Sources tell CBS News that a federal task force investigating possible fraud charges against the industry has been disbanded, and the chances of indictments are now "virtually nonexistent."
Lawmen had been looking into whether the industry lied when its executives testified before Congress that tobacco was not addictive and whether they had submitted false statements to the government about their products.
Even tobacco critics admit it would have been a hard case to prove.
"These executives were well rehearsed by their lawyers to say what they wanted to say, but to try to avoid criminal perjury charges, and they may very well have succeeded," said Rep. Henry A. Waxman, D-Calif.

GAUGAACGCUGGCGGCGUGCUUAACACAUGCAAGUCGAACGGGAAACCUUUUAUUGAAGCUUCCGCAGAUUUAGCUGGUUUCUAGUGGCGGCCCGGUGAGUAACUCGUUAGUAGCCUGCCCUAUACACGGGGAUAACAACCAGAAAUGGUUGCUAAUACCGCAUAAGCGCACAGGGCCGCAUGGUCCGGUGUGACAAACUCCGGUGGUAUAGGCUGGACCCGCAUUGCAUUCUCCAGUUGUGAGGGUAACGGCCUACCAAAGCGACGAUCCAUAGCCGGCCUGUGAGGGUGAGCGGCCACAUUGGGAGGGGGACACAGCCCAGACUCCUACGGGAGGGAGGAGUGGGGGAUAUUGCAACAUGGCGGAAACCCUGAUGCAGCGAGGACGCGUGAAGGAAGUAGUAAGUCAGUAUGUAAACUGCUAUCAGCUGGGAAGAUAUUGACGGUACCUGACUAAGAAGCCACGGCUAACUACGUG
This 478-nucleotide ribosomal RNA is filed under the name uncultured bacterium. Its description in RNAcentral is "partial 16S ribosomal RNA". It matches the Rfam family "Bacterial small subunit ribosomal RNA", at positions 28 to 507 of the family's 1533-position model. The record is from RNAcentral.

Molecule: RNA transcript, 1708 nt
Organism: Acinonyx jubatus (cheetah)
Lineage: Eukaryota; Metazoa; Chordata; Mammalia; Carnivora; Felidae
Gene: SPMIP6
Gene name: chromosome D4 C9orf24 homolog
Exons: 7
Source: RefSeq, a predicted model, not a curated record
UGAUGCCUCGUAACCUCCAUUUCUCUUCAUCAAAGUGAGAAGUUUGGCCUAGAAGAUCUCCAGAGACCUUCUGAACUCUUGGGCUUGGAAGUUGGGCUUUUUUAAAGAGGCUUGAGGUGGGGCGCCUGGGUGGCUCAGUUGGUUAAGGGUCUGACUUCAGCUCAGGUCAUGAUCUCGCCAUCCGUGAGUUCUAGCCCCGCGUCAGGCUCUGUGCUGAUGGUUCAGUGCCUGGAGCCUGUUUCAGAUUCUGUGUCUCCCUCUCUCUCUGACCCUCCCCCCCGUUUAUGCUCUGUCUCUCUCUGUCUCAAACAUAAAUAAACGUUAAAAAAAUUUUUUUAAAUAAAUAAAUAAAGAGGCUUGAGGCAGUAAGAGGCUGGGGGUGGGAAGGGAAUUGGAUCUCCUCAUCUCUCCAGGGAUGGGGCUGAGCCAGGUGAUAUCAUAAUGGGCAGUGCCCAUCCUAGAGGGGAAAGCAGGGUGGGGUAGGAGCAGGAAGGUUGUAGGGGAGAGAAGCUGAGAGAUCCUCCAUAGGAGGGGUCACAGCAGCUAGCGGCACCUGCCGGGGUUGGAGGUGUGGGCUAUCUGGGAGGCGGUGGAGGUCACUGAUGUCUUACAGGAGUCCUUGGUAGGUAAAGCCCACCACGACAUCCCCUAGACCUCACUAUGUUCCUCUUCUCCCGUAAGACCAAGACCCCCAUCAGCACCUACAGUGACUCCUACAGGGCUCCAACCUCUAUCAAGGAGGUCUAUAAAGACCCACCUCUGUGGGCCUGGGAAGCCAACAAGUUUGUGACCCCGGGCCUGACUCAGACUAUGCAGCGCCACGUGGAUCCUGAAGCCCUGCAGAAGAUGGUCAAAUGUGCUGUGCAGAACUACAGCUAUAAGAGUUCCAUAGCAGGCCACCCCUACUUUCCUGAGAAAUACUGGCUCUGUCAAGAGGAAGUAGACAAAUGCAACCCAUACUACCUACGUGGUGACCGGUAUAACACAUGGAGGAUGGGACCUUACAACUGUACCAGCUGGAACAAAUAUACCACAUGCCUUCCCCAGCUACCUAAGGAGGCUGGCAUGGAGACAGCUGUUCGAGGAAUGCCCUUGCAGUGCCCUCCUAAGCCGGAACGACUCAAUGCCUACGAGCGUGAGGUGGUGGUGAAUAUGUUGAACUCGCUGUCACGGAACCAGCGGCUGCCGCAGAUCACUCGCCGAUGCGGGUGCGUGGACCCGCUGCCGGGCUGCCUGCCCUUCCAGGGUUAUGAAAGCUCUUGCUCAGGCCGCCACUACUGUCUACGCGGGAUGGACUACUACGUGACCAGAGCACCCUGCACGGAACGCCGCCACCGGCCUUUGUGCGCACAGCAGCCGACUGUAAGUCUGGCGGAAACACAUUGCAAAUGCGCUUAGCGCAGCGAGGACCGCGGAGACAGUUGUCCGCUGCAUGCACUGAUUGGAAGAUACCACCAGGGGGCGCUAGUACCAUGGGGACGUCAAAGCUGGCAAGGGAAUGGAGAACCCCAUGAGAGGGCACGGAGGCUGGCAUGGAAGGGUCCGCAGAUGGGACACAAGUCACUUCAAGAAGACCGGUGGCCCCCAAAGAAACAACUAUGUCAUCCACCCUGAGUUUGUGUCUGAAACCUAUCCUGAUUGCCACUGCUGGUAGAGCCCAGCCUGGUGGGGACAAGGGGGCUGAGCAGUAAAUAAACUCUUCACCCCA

Most recently, investigators had concentrated their efforts on statements about a secret double-strength tobacco grown in Brazil for the Brown & Williamson Tobacco Co.
But, despite obtaining the help of a smaller company that helped genetically alter the plant, the probe fizzled.
Now the Justice Department is concentrating on fulfilling a pledge made by President Clinton during his State of the Union address.
That night, President Clinton said, "the Justice Department is preparing a litigation plan to take the tobacco companies to court and with the funds we recover, to strengthen Medicare."
But even that pledge appears in jeopardy.
Sources say there is little heart within the Justice Department for filing such a suit, nor is it at all certain that Congress would fund it.